Tour shows nearshore water quality
Cook County News-Herald
By Richard Franta and Joan Farnam
Published July 1st, 2004
People from all over Cook County boarded the research
vessel the L. L. Smith, Jr., last week to learn more about
Lake Superior and how to protect it.
Called “A View from the Lake,” the program featured a
three-hour cruise on the ship giving residents a chance
to see what their community looked like from the water
as well the impacts they were having on it.
Educators from the Lake Superior Research Institute and
the University of Minnesota’s Sea Grant program used the
scene to discuss land use, development, natural resources
and water quality issues. Participants also had a chance
to do a few little scientific experiments as well as enjoy
a beautiful, but sometimes rough, day on the lake.
The program, which is sponsored by the University of
Wisconsin- Superior, Minnesota Sea Grant and NEMO (Nonpoint
Education for Municipal Officials), was being offered
in communities up and down the shore, including Grand
Marais, Silver Bay, Two Harbors and the Duluth -Superior
harbor as well as Bayfield and Washburn in Wisconsin.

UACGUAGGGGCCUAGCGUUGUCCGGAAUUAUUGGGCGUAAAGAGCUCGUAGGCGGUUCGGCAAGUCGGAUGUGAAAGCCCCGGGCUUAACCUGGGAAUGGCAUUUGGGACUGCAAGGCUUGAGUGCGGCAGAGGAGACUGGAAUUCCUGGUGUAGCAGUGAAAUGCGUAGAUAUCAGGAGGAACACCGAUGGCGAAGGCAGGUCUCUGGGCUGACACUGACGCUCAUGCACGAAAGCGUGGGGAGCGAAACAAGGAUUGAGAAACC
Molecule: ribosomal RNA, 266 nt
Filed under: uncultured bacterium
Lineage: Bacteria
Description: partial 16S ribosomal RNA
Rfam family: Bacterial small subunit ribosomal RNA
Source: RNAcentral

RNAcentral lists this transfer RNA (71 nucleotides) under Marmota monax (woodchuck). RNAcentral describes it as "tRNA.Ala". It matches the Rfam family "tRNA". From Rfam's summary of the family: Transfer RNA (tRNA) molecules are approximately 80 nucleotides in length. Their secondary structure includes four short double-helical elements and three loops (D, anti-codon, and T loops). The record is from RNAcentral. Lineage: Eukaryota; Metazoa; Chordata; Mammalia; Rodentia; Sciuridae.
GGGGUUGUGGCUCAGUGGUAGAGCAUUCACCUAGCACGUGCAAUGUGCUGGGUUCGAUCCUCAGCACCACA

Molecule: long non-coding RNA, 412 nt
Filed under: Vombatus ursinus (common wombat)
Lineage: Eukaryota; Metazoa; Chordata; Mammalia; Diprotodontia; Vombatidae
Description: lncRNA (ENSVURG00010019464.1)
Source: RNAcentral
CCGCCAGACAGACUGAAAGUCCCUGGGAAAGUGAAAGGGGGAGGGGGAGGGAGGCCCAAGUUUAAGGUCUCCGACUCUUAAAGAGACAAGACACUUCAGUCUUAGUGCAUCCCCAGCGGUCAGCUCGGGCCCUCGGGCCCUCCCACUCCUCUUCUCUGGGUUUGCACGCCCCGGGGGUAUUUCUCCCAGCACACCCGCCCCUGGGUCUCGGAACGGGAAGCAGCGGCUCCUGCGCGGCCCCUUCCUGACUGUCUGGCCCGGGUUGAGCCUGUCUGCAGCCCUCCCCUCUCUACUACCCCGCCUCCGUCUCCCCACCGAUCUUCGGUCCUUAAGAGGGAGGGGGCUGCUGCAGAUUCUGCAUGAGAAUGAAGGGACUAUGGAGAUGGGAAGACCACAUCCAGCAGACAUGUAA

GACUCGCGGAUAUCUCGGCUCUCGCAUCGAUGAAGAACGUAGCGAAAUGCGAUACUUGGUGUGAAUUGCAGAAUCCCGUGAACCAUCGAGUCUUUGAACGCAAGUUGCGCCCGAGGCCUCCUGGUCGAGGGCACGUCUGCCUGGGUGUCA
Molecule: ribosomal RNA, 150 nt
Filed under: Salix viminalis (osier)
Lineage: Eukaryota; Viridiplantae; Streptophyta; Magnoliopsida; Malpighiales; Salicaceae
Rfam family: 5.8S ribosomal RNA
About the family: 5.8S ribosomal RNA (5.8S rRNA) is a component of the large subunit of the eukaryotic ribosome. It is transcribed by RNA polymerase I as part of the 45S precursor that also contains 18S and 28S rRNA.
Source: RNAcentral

Three separate trips were made in Grand Marais over a
two-day period, bringing in more than 70 participants,
including city officials.
“It was great,” said Mayor Mark Sandbo, who was one of
the city officials who went out on the boat Friday morning.
“I think what it did was affirmed the feelings I’ve had
about our environment and our use of Lake Superior.”
“A View from the Lake” focused on near-shore Lake Superior
water quality, the impact of silt and pollutants contained
in the water entering the lake from streams, rivers, and
general runoff, as well as the long term effects on the
aquatic life supported by the lake.
While out on the lake, those participating got to measure
water clarity measures, take water temperature readings,
measure dissolved oxygen levels, collect samples of suspended
materials in the water column, and examine samples of
silt from the bottom of the lake.
In spite of the size of Lake Superior, the near shore
areas provide most of the support for its aquatic life,
said Cindy Hagley, an educator with Minnesota Sea Grant.
This near shore area is also the area most impacted by
silt, pollution, and runoff from our towns and homes,
she said, so our responsibilities here are clear.
The cruise illustrated this well, as the L.L. Smith left
the harbor and steamed east toward where the Devil Track
River flows into the lake. Staff on board encouraged participants
to notice how development along the lakeshore could impact
Building too close to the shore and/or removing all vegetation
between buildings and the lake can result in significant
increases in silt and pollutants getting into the near
shore waters. By contrast, homes that are set back from
the lake with natural vegetation and trees left as a buffer
zone, can decrease the impact of development, she said.
She said the North Shore will continue to grow, but that
does not necessarily have to be a bad thing. “As you think
about your community, you might think about the changes